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The Sierra Nevada Bighorn Sheep population is estimated at about 600 and spread mostly along the crest of the Sierra from north Yosemite to Olancha Peak in the south. In an area this large a sighting of Bighorn Sheep is almost always accidental. Dr. John Wehausen, long associated with the SNBSF is often quoted as saying, “Look for rocks with legs.” There is no better way to portray the sheep blending in with their alpine habitat.
As someone who spent many hours actually looking for the sheep, I can honestly say that only trained eyes using spotting scopes or binoculars will reveal their whereabouts. I accidently encountered two sheep on the trail to 60-Lake Basin but was not able to photograph them before they were gone.
I had an opportunity to spend time with John again as a part of a field trip jointly sponsored by the Sierra Nevada Bighorn Sheep Foundation and the California Department of Fish and Wildlife on Friday February 12th. It was a perfect winter morning in Bishop CA as we gathered below the offices of the CDFW for a briefing. There were about 20 individuals in all who were briefed by John and SNBSF board member Virginia Chadwick. John stated, “This time of year, the sheep come to us in February and March. They come down to avoid the mountain snow and to eat the emergent vegetation. It is also this time of year that the sheep are most vulnerable to mountain lion predation.”
The day before the field trip, I drove the observation route along Pine Creek Road above Rovana CA. This road dead-ends at a trailhead and tungsten mine. If deer were sheep, I could have gone home with plenty of wonderful photographs the following morning. I looked as I drove which is a fool’s errand.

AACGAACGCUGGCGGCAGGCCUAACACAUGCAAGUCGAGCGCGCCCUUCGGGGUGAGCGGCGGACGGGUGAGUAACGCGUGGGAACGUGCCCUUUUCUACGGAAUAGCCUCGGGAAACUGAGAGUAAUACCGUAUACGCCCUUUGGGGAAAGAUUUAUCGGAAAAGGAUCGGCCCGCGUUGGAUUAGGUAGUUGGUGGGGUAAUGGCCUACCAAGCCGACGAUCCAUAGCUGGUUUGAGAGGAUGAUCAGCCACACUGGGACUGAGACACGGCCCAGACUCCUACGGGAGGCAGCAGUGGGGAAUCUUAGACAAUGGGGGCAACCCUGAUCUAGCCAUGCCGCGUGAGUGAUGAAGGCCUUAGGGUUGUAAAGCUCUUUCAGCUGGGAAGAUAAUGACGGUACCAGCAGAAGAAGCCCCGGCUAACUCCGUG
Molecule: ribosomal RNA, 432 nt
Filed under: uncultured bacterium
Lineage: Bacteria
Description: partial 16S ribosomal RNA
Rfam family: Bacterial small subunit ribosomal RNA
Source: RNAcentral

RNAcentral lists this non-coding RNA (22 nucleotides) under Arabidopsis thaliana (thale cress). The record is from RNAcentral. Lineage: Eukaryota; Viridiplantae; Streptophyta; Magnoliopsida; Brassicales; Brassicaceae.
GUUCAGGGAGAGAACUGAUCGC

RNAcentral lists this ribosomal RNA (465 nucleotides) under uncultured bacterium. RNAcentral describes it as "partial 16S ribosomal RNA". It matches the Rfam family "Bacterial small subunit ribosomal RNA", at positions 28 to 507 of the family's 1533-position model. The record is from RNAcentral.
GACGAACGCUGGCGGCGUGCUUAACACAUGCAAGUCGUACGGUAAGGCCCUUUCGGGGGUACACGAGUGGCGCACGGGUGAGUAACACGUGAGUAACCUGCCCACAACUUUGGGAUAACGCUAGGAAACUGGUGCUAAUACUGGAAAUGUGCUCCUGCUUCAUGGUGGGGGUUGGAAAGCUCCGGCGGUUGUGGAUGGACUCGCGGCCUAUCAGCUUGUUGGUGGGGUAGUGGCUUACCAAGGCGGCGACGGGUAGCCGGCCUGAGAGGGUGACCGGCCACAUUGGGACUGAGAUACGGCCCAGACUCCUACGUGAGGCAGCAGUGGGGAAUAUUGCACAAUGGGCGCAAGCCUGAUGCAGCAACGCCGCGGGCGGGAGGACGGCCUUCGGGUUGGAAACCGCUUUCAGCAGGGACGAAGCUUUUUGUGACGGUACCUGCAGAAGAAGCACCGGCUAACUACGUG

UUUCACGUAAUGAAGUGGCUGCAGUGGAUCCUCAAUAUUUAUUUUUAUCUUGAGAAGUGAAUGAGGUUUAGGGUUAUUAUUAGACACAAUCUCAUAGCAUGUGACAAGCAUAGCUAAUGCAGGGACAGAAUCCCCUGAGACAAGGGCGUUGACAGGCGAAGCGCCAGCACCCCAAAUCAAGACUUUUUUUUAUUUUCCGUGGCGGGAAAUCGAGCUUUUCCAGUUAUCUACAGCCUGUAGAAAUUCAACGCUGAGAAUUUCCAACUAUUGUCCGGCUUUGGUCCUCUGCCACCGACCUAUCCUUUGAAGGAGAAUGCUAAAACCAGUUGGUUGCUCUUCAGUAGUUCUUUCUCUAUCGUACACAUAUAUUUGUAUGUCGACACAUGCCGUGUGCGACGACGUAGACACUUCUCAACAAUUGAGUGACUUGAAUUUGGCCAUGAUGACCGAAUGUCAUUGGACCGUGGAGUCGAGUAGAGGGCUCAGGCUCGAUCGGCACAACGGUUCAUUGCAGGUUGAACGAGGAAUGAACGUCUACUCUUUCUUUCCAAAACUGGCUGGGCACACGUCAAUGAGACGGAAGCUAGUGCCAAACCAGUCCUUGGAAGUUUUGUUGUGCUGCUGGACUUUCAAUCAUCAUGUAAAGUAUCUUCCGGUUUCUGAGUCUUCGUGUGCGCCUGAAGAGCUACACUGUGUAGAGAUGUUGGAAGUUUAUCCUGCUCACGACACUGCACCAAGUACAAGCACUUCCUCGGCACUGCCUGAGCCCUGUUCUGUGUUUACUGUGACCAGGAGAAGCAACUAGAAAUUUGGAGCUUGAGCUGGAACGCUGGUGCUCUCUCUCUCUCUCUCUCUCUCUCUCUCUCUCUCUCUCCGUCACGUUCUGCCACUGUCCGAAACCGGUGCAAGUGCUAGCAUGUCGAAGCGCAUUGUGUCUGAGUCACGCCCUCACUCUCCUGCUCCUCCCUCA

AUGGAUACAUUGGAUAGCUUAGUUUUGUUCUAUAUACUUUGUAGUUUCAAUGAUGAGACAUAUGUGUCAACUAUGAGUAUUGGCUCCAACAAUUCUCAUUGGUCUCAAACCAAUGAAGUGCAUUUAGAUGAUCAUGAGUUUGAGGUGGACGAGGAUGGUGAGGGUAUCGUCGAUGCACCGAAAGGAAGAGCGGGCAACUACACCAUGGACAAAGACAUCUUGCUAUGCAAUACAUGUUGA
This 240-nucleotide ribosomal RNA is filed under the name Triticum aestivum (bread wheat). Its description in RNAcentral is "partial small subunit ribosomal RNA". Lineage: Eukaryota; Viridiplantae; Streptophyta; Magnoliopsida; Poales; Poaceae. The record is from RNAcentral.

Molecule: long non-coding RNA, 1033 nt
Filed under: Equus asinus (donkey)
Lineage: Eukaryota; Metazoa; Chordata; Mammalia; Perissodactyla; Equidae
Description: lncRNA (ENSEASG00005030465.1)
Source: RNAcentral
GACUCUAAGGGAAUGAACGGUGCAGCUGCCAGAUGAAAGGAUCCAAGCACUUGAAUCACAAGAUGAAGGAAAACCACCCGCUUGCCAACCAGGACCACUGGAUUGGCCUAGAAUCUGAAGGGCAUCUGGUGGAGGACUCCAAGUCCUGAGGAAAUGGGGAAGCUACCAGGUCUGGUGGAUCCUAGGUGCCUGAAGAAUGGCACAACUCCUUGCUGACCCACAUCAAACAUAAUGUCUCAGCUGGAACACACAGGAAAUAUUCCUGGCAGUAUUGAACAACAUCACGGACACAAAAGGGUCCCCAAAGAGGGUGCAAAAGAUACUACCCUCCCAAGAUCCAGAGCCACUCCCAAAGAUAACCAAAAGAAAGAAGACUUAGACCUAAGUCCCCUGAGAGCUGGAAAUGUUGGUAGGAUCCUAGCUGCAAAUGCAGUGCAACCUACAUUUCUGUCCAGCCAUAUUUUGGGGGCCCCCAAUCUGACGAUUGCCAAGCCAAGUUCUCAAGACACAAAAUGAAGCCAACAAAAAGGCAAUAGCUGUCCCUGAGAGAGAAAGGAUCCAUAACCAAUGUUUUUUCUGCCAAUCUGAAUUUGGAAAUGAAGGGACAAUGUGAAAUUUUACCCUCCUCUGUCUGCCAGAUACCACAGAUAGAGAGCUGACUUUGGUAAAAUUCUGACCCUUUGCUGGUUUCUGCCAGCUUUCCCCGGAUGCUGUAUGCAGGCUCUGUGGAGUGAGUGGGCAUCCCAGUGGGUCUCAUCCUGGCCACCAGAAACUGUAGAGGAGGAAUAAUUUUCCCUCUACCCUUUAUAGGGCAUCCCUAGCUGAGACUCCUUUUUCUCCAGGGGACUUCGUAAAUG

We arrived and parked off the road about 10:00am at the area the CDFW folks had located via a GPS tracking collar on the sheep. Even when we were directly below the sheep, it was quite difficult to actually spot them, although the trained unaided eyes of John Wehausen were able to spot them. The rest of us used high-powered camera lenses and spotting scopes. I used a 400mm telephoto lens on a tripod. Unfortunately they were too far above us for even a 400mm lens, which is equal to 8X binoculars and even a cropped photograph barely showed the sheep that blended so well with their surroundings. I think if I had used this lens last fall near Mt. Langley, my photographs of sheep there would have been much better than the 200mm lens I backpacked in with. John and I were closer there. I think when it comes to lenses for photographing sheep, go big or go home.
The White Mountain Range To Our East
I Think This Is Four Gables Above Us Looking Up Pine Creek Road
It was a long trip back to Fresno following this but a rewarding experience non the less.The other folks were cordial, helpful and fully committed to the restoration of the Sierra Nevada Bighorn Sheep. Thanks again to the SNBSF and the CDFW. If you are interested in finding out more or joining the SNBSF clink this link. http://sierrabighorn.org/
*Note: I have permission from each of the participants to use photographs that include their faces. [It was much easier to get their photograph than the sheep].